Answer #2, you also already know: 2012 was clearly the Year of the Infographic. While we’ve been abused by marketers who insisted on ramming far too much “info” into their “graphics,” the concept of at-a-glance content is clearly a winner.
So what else will feature in the Super-Short Attention Span Theater?
Photography. Everyone loves a funny meme … but only a brave and funny few will genuinely explore those. Meanwhile, marketers should also investigate other, more sober but still cool ideas for how to incorporate photography into engagement strategies.
Newsjacking. Via my friend David Meerman Scott (p.s. dude, we’re overdue for a lunch), who describes it in his eponymous book as “the process by which you inject your ideas or angles into breaking news, in real-time, in order to generate media coverage for yourself or your business.” You’ve gotta be judicious and ever-careful to not be exploitative but this is quick-hit stuff and can ensure that elements of your story surf a bigger wave.
Much shorter videos. Forget virality, think snackability. If you’ve nabbed a consumer’s attention for the 5–seconds it takes for them to view a synopsis of your video, e.g., in a clever Facebook post, they’ll likely click to watch a video that’s sub 45–seconds. One minute vids? Probably too long, unless you’ve got something special on tap.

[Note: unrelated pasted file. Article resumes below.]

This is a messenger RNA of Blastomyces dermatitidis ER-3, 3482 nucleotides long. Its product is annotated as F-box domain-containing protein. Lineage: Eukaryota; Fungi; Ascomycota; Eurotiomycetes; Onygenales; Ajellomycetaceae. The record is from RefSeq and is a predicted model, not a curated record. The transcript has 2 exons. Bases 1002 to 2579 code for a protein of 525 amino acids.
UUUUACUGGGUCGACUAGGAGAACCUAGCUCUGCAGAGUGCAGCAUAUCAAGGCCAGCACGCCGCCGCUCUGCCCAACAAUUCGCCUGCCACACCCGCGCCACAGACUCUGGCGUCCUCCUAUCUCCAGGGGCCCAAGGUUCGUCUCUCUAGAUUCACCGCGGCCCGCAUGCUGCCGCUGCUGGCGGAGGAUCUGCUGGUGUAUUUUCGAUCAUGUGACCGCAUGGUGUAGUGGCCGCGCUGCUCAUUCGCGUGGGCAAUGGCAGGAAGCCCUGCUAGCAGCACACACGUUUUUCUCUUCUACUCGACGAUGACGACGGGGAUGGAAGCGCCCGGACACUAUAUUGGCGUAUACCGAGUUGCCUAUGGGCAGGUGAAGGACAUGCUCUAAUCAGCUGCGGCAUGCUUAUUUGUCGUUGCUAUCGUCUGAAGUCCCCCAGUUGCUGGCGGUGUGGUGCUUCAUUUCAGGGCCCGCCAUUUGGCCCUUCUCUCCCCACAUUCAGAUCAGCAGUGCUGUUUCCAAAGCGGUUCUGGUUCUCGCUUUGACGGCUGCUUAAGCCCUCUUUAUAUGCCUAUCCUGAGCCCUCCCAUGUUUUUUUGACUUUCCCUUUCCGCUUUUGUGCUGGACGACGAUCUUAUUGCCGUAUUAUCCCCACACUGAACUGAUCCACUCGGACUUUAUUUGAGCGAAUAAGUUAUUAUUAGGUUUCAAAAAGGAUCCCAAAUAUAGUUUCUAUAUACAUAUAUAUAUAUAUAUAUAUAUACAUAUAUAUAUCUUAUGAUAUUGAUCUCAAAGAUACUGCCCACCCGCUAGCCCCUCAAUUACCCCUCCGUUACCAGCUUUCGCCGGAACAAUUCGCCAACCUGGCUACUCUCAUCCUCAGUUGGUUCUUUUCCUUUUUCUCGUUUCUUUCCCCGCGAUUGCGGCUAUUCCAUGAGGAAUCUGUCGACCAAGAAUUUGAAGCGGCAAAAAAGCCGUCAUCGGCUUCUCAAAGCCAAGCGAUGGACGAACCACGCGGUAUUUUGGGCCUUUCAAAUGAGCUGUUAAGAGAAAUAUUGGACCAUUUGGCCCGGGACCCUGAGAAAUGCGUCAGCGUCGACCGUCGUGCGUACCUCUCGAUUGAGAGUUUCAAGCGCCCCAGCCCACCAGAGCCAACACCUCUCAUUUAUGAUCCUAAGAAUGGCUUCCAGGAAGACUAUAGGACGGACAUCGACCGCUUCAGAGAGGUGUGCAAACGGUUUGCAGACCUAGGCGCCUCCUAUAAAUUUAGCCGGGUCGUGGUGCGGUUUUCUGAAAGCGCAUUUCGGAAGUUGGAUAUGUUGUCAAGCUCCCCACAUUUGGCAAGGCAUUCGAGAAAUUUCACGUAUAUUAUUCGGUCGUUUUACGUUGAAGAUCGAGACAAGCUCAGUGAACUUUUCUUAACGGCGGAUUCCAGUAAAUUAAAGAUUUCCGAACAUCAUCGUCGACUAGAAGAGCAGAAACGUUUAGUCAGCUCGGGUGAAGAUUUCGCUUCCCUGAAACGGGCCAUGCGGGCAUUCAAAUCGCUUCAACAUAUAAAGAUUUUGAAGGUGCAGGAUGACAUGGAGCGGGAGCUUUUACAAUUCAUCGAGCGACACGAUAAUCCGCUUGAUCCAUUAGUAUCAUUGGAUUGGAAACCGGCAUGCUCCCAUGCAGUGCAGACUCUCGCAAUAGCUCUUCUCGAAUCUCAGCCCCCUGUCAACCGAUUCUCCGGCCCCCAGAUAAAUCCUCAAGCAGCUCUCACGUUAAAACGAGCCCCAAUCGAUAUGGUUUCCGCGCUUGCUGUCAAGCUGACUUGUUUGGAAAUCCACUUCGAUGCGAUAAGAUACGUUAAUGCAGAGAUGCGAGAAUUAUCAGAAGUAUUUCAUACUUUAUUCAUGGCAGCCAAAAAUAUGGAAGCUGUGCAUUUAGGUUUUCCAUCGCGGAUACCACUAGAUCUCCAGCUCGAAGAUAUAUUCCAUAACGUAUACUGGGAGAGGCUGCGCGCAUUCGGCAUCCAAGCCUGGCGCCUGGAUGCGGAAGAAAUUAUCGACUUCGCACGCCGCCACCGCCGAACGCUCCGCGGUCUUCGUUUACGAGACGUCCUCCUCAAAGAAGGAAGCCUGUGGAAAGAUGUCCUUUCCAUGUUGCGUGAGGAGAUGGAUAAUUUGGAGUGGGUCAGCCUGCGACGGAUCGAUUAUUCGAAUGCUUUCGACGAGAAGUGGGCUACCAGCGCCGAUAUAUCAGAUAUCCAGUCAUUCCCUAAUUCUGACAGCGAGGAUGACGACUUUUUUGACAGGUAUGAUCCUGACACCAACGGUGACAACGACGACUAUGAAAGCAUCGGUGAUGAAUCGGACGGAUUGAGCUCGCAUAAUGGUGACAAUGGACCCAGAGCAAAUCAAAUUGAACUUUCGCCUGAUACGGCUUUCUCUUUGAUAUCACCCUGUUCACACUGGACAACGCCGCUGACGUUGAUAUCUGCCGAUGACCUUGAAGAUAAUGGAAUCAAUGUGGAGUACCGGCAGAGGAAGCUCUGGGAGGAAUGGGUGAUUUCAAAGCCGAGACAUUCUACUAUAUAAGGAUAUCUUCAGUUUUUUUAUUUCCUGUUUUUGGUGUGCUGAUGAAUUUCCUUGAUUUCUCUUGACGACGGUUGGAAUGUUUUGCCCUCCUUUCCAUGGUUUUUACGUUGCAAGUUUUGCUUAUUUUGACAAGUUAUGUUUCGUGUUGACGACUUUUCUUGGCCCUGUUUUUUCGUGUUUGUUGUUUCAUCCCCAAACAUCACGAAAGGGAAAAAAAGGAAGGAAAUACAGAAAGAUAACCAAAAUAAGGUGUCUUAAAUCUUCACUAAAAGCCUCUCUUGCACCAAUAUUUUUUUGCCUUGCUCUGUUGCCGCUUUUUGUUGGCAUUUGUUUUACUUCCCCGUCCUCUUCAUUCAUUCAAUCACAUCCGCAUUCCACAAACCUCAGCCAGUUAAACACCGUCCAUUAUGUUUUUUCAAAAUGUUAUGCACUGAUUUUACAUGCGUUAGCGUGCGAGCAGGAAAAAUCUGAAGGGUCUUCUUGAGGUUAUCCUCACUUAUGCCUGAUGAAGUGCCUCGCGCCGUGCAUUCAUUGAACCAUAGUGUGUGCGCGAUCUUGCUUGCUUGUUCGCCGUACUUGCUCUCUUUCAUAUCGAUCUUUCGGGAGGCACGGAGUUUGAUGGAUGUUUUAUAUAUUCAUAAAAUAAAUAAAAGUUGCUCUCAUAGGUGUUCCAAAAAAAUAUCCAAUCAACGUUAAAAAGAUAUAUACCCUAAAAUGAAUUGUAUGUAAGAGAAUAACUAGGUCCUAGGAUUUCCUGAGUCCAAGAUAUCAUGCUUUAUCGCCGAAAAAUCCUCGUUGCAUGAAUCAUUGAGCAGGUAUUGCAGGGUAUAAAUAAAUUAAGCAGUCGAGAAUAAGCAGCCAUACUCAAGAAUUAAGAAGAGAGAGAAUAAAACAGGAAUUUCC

Facebook posts that never, ever require a fan to “click to read more.”
Curated content. You don’t need to create everything, you know. I’ve argued that up to 70% of the brand’s outbound marketing can consist of curated content. Few take me up on this suggestion; it has a subversive “Not Invented Here” flavor to most clients. But if your company gains recognition for its ability to identify and promote “other cool stuff” in the industry (and especially if you’re doing this in a brief, neat way), how is that not a win? It’ll mean folks pay closer attention to the 30% of your stuff that does matter.
“Togglegoodies.” I just made that up. You like? — More and more often you’ll see content that adjusts on-demand, e.g., infographics with built-in interactivity, as you might see in a children’s museum display. They’ll have toggles and switches; they’ll change as you scroll; they’ll feature embedded video. Here’s a great example from the BBC, which allows readers to “take a dive 11,000 meters down” into an ocean trench.
Surely I’m missing something. What else?